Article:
"And Tom, as he does, said 'Hey, you're hot -- let's just keep it going.' And he has ego when it comes to that. I just saw some things, was able to expose some things. And those were two huge drives."
The sequence reminded Manning of the 2006 AFC title game against the New England Patriots, when the Colts rallied from a record 18-point deficit to win 38-34 and went on to capture the Super Bowl XLI title over the Chicago Bears in -- oh, sweet coincidence -- South Florida.
He performed similar second-half magic in that game, finishing with 349 passing yards and leading Indianapolis to a winning-80-yard scoring drive, despite an injured thumb, capped by Joseph Addai's touchdown run with one minute remaining.
"It wasn't a great start, and we were kind of feeling them out, trying to get some rhythm," Manning said of the similarities between the two title games.
There were no major adjustments at halftime to defeat the Jets' top-ranked pass defense, said Colts coach Jim Caldwell, who becomes the fifth first-year head coach to reach a Super Bowl. "Nothing out of the ordinary," Caldwell said.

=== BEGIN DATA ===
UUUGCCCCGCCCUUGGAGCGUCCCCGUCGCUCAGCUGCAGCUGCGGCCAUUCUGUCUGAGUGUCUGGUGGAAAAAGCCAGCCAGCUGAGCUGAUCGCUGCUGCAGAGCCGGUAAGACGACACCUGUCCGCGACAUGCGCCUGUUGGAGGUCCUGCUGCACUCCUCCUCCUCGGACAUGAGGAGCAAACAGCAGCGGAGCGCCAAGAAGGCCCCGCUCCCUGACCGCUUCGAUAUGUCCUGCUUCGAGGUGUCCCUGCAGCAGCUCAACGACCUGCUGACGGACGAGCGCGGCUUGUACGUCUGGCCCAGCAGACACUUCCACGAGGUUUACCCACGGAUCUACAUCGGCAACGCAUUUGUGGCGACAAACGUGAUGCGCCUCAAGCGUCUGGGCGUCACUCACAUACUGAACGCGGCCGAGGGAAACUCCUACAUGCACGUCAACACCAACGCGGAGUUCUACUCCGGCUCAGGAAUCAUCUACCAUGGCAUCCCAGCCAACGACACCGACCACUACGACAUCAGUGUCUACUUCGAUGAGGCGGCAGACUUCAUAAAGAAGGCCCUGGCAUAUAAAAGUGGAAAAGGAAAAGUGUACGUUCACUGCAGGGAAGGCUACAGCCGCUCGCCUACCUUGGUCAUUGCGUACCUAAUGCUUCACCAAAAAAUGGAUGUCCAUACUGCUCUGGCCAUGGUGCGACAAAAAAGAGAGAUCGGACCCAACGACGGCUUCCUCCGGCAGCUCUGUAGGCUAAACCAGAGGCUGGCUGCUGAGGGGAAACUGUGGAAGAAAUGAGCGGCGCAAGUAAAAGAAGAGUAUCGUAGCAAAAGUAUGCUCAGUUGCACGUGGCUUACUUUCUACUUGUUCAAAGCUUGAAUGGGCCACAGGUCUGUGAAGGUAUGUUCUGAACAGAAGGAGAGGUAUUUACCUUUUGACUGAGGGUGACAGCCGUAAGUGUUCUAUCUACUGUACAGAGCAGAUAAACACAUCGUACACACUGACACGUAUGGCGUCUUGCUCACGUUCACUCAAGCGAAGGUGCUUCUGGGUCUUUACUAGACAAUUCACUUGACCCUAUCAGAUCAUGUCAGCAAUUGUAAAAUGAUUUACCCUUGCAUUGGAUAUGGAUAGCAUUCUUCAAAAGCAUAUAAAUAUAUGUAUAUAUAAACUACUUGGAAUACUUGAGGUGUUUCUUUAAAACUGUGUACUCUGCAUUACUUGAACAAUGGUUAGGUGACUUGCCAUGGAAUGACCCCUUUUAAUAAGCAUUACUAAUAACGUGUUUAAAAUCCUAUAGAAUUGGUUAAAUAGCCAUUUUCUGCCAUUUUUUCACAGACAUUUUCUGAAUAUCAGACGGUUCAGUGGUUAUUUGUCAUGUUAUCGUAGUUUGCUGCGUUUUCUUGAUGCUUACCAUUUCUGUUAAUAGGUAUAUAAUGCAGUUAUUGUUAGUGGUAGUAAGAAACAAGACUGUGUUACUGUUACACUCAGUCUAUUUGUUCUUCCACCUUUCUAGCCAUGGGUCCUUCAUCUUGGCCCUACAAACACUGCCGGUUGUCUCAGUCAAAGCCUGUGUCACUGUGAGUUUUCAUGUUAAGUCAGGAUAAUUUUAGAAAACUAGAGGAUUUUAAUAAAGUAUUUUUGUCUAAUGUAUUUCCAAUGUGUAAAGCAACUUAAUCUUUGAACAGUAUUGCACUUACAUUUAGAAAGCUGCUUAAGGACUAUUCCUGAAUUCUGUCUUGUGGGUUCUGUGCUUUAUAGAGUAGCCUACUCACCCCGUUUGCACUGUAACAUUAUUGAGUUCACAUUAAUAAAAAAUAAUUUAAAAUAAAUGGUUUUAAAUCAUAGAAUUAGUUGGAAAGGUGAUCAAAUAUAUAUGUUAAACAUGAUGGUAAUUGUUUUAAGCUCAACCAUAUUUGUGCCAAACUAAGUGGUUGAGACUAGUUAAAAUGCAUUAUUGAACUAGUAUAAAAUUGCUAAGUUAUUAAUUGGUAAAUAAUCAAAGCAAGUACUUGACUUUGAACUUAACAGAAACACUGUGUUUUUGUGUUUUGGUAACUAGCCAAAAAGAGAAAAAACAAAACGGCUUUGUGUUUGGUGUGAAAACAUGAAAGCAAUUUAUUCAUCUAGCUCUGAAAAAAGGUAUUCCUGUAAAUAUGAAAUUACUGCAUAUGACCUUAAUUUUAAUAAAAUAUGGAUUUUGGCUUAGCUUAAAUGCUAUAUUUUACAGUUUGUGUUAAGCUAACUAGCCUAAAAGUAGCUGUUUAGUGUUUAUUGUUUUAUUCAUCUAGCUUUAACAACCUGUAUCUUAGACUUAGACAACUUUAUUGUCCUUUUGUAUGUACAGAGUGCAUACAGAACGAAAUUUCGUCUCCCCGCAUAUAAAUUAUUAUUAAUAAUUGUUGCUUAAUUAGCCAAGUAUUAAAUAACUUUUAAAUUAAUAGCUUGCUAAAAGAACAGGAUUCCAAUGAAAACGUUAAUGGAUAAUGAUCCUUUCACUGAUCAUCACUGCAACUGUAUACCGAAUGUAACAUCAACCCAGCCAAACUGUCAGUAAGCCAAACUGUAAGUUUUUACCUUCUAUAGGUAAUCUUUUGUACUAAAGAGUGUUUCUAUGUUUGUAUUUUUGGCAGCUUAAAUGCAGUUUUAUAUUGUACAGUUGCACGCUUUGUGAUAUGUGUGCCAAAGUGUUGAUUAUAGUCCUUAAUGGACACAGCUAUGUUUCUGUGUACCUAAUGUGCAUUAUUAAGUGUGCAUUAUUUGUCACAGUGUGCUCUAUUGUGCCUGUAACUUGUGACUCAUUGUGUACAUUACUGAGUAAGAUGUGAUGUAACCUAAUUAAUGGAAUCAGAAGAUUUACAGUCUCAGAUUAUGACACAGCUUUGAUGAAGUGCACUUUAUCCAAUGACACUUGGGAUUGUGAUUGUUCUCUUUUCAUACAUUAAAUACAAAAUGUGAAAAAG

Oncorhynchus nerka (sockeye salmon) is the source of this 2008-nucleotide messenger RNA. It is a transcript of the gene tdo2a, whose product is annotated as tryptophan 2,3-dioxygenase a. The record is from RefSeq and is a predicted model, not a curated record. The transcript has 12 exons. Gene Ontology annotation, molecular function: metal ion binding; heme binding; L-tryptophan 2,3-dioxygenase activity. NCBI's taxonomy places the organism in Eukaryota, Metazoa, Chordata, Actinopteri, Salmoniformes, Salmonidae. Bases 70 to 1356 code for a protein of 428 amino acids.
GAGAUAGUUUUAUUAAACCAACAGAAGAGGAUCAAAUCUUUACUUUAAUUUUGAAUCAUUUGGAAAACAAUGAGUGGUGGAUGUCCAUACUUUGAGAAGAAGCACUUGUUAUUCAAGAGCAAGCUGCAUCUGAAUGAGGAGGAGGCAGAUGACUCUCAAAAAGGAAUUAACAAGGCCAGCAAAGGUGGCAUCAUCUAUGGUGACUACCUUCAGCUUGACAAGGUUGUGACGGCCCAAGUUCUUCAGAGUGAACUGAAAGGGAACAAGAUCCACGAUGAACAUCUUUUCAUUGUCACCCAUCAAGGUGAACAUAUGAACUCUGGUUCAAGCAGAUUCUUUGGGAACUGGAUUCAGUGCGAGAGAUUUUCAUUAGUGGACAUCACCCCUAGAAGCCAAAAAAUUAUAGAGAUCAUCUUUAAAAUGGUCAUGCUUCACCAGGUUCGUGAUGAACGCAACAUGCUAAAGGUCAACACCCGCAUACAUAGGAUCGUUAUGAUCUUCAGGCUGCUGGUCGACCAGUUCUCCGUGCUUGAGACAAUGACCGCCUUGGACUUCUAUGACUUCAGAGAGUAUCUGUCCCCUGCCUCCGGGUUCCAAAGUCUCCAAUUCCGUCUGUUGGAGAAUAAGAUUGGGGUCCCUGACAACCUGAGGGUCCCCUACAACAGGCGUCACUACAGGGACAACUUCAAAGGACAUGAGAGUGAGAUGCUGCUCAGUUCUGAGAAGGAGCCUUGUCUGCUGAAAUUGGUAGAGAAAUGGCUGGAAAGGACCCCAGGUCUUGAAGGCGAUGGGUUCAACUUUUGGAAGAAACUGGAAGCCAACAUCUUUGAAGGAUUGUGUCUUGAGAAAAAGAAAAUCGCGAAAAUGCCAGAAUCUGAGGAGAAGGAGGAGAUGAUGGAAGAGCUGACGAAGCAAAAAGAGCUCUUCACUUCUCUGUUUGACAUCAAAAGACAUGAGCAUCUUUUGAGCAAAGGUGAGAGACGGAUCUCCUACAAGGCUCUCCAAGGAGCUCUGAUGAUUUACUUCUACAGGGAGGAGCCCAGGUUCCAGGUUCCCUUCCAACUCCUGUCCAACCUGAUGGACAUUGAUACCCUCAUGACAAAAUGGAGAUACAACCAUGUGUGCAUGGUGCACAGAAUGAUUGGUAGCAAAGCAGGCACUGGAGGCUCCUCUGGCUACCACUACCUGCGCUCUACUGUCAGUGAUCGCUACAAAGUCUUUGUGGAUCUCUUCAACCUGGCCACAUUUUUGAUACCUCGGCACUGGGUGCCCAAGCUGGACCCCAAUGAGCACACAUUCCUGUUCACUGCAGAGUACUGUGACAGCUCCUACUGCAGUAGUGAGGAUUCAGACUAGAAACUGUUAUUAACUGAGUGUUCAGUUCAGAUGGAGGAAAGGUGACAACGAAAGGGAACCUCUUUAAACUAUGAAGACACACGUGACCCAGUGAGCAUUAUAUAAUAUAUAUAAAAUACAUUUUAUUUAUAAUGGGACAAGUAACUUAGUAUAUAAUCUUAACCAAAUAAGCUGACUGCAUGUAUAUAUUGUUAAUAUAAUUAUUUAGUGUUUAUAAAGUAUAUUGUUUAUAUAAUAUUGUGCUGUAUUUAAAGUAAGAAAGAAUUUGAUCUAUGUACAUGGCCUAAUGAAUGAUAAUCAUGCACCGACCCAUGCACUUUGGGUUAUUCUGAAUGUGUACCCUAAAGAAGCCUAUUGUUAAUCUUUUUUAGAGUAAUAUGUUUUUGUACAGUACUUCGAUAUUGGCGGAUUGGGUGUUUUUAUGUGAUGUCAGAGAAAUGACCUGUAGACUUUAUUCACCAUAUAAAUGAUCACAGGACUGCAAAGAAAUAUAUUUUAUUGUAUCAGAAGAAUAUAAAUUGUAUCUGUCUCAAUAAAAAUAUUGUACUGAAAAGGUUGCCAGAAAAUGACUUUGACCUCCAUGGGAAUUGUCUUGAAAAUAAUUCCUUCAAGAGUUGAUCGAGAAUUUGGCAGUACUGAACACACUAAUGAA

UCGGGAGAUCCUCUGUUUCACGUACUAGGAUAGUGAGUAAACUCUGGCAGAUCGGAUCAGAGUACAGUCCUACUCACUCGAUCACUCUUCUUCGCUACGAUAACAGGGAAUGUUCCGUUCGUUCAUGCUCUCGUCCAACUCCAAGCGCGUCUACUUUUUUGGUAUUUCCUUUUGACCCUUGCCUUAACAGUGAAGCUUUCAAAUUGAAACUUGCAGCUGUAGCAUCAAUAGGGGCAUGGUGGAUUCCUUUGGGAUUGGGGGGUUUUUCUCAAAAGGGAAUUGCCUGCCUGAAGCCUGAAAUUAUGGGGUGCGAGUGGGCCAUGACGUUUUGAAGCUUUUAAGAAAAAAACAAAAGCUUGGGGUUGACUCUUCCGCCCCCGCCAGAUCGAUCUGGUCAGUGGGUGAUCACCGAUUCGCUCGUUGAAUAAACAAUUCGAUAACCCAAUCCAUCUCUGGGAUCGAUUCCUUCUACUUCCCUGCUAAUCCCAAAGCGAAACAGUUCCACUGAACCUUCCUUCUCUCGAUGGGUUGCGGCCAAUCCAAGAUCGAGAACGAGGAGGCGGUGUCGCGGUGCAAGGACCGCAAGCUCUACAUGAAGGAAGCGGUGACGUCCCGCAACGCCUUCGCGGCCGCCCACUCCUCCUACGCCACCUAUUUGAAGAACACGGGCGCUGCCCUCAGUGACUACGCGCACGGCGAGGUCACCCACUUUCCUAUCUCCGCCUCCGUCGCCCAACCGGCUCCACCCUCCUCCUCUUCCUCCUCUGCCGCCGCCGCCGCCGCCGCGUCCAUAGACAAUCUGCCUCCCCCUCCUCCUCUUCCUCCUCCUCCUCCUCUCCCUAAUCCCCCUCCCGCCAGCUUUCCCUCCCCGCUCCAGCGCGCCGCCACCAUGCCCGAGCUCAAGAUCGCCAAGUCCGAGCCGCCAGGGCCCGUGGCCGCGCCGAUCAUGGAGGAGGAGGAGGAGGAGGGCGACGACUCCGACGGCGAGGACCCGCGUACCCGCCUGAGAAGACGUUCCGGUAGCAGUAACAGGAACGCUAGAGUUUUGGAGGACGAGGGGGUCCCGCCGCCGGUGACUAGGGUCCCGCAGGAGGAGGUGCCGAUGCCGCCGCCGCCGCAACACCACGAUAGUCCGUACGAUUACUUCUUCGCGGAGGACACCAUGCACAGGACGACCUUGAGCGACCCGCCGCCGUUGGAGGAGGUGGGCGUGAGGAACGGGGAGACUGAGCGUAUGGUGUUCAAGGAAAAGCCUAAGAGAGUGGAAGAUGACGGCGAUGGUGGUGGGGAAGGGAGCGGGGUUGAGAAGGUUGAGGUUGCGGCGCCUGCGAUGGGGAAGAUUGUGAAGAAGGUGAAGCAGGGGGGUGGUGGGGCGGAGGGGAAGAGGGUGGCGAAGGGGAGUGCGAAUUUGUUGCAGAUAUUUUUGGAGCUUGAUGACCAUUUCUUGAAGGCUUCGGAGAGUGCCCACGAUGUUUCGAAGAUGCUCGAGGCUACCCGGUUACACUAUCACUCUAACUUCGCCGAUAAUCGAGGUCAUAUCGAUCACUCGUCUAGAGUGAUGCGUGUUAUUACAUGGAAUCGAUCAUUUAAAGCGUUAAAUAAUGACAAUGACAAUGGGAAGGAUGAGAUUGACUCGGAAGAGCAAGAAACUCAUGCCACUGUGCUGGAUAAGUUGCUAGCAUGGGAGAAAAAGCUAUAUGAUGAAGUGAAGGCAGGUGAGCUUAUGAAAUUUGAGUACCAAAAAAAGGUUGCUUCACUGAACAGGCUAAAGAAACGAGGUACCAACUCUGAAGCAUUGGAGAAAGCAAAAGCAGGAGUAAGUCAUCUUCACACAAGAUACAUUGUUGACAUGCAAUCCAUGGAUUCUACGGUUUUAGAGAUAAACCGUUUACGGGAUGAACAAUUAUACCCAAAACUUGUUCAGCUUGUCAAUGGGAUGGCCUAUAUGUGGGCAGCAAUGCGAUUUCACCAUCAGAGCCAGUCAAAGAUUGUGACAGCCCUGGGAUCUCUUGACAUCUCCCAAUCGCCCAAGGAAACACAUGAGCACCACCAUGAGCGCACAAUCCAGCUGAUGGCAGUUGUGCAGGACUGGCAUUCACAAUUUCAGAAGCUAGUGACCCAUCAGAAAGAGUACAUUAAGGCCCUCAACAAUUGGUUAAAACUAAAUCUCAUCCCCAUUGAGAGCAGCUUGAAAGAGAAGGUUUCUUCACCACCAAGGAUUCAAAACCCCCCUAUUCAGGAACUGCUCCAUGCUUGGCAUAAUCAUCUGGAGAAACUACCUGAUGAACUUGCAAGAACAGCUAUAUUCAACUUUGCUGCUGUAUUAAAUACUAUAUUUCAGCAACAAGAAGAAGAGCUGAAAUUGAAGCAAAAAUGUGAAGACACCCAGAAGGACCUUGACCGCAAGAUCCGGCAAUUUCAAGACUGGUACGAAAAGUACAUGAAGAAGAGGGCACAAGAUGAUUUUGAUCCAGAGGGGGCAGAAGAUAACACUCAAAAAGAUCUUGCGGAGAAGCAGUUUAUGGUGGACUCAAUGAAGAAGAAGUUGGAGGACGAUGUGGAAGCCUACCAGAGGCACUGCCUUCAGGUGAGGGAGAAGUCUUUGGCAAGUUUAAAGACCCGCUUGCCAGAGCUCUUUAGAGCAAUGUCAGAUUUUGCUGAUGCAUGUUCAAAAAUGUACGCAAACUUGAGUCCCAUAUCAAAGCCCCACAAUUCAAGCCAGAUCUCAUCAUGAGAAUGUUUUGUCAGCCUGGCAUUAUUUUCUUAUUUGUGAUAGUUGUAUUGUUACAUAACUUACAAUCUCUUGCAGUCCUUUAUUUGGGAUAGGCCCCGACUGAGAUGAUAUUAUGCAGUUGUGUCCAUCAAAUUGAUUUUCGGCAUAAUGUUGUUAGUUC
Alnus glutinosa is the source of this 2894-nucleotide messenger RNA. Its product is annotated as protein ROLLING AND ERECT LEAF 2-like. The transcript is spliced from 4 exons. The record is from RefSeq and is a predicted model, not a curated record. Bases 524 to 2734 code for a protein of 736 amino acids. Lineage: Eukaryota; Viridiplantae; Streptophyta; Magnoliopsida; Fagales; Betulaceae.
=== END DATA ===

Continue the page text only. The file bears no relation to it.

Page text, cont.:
Manning was searching for rhythm. Coming out of the two-minute warning before halftime, he sensed the Jets were about to blitz, and he took full advantage by exploiting the lack of coverage on his open receivers.
"So we went to a max protection and took our shots," Manning said.
Veteran receiver Reggie Wayne found himself matched up repeatedly with All-Pro cornerback Darrelle Revis, and he schooled the Jets' defensive star in the second quarter on one impressive reception, Wayne caught a ball underneath the linebacker coverage, juked his way past Revis 10 yards downfield for what became a 25-yard reception, and the Jets' stranglehold on the Colts' passing game loosened.
Wayne's ability to tie up the NFL's best defensive back helped Manning employ an effective three-receiver set in the second half that ultimately crushed the Jets.
"Yeah, I saw what they were doing. They went to three wides," Jets coach Rex Ryan said. "You have tight end Dallas Clark as your tight end, so that's basically four receivers out there."